Top Five Items on the Pickle Shelf
A crisp Kosher dill, and a good whiskey chaser, too.
Photos by John Kiely
It's risky business trying to predict food trends--Peruvian has been the next "it" cuisine for about six years running--but there's a whole lot of pickling and fermenting going on in restaurants and stores. Lately I've had kimchi and spicy pickled carrots on restaurant dishes, and an order of fried pickles, so basically I'm on a spree, which I took to the supermarket.
The following five items are pickled vegetables that can be found on most grocer's shelves for a low price. It doesn't include olives or pickles from the refrigerated section, which is pretty much owned by Claussen pickles, and they are delicious, too.
5. Farmer's Garden by Vlasic
These Kosher dill spears have a subtle mix of sweet and tart, tempered by garlic and peppers, and the vinegar taste and saltiness does not overwhelm. The pickles have a remarkably good crunch, and they stay crunchy after the jar is opened and stored in the refrigerator.
Don't eat the peppers, as they are slimy, but try the carrot just to experience a bizarre texture. Surprisingly, the best thing in the jar are the garlic cloves--crispy, with little taste of garlic. I'd like a whole jar of those.
Bonus: The cup measurements on the jar are accurate, the lip of the jar is smooth, and the label is easy to soak and remove. This pickle jar is a keeper, for use around the kitchen.
Chase Me, I'm Irish
I don't know if the guy who invented the pickle-juice chaser for Jameson Irish Whiskey was a genius or an idjit (how they pronounce "idiot" in Ireland), but I'm opting for genius with leprechaun luck, because Jameson is the only whiskey that works with pickle juice. The Farmer's Garden pickle juice is drinkable on its own, and excellent as a "pickleback".
Pickled okra is nothing like cooked okra.
4. Talk o' Texas Hot Okra Pickles
These required mild courage to try, because I hate cooked okra. It's slimy. Fortunately, pickling eliminates the sliminess, and though these pickles are unattractive, they taste like a cross between a cucumber pickle and a pickled pepper.
What are they good for? A snack, challenging hors d'ouevres, and as a truly Texan garnish for a Bloody Mary.
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Trappey's has a better way of pickling jalapeños
3. Trappey's Hot Pickled Jalapeños
Several companies produce pickled jalapeños, but Robb Walsh discovered the secret of Trappey's superior peppers on a trip:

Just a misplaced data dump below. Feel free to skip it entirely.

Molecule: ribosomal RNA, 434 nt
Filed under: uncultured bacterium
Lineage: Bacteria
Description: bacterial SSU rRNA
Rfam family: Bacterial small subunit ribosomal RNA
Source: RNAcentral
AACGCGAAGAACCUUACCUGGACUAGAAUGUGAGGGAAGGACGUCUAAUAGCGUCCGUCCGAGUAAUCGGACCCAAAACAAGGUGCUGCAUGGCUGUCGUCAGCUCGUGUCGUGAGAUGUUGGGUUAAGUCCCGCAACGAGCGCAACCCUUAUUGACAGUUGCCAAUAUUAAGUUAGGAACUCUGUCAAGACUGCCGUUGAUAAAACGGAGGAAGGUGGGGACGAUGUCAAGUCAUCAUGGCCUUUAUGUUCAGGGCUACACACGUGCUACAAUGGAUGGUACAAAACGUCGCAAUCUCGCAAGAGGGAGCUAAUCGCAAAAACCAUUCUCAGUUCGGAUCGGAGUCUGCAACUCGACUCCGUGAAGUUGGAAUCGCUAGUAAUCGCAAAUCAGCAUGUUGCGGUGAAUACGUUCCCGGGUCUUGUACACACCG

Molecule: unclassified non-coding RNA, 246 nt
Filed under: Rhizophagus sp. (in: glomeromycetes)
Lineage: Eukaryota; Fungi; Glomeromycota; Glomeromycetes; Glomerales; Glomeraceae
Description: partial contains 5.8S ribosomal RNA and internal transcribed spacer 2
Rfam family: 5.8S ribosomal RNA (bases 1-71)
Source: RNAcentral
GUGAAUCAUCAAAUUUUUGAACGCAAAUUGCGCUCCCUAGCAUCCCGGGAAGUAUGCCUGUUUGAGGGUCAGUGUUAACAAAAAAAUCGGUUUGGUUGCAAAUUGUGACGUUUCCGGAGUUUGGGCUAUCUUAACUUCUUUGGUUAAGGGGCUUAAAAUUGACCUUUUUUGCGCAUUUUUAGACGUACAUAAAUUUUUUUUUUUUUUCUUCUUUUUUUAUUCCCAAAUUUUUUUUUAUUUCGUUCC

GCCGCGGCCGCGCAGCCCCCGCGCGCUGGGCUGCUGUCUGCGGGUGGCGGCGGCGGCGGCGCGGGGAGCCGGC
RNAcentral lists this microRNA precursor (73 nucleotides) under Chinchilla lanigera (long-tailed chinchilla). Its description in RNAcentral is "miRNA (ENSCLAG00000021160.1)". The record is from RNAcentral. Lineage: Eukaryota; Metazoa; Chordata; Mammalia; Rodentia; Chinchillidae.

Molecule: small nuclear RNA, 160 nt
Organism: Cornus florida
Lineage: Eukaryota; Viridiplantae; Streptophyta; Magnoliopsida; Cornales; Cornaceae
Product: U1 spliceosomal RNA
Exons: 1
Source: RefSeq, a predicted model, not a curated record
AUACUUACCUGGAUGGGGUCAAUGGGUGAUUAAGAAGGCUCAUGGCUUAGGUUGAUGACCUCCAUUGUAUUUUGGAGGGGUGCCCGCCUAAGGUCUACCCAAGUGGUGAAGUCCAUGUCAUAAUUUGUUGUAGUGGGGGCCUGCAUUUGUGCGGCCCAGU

I once detoured off I-10 to search for Trappey's headquarters in New Iberia, Louisiana, just to ask the folks who work there how they keep their jalapeños so crisp. They happily explained that instead of pouring hot pickling liquid over the peppers like most packers, Trappey's cures its peppers in cold brine, the same way kosher pickles are cured. I even got to look into the giant concrete vats where the peppers were pickling.
The jalapeños are indeed crisp when you open the jar, and they remain that way after a stay in the refrigerator. Trappey's jalapeños are top-notch with nachos, sandwiches, nachos, queso dip, and of course, nachos.
You can't go wrong with Mezzetta.
2. Mezzetta Pickled Anything
Mezzetta pickles a wide range of vegetables, and they do it extremely well. Choose from peperoncinis, banana peppers, cauliflower, giardiniera, California hot mix, and many others. I like the hot pepper rings, which can be used for sandwiches, salads, burgers, and yes, nachos.
Not only is Mezzetta the master of pickling, they also make a phenomenal marinara sauce, and the best Maraschino cherries.
The Wickles will probably be gone before you need them for condiment.
1. Wickles Pickles and Wickles Relish
Wickles are more sweet than sour, but they have a pleasing spice, and just enough alum to make you pucker. The odd thing about the pickle slices is that they're cut too thick to fit properly on a sandwich. What usually happens when you put out Wickles Pickles as a condiment is that most of your family or guests will just eat them plain. They match well with slices of Spanish chorizo.
Wickles Relish is more tart than the pickles, and it's so delicious you can eat it with a spoon, which makes it hard to keep around long enough for condiment purposes. Wickles Relish livens up a grilled-cheese sandwich, tuna salad, and potato salad. The best hot dog I make has mustard, onions, Wickles Relish, and a blast of Bravado Spice's Pineapple & Habanero Hot Sauce. It's a fist full of awesome.
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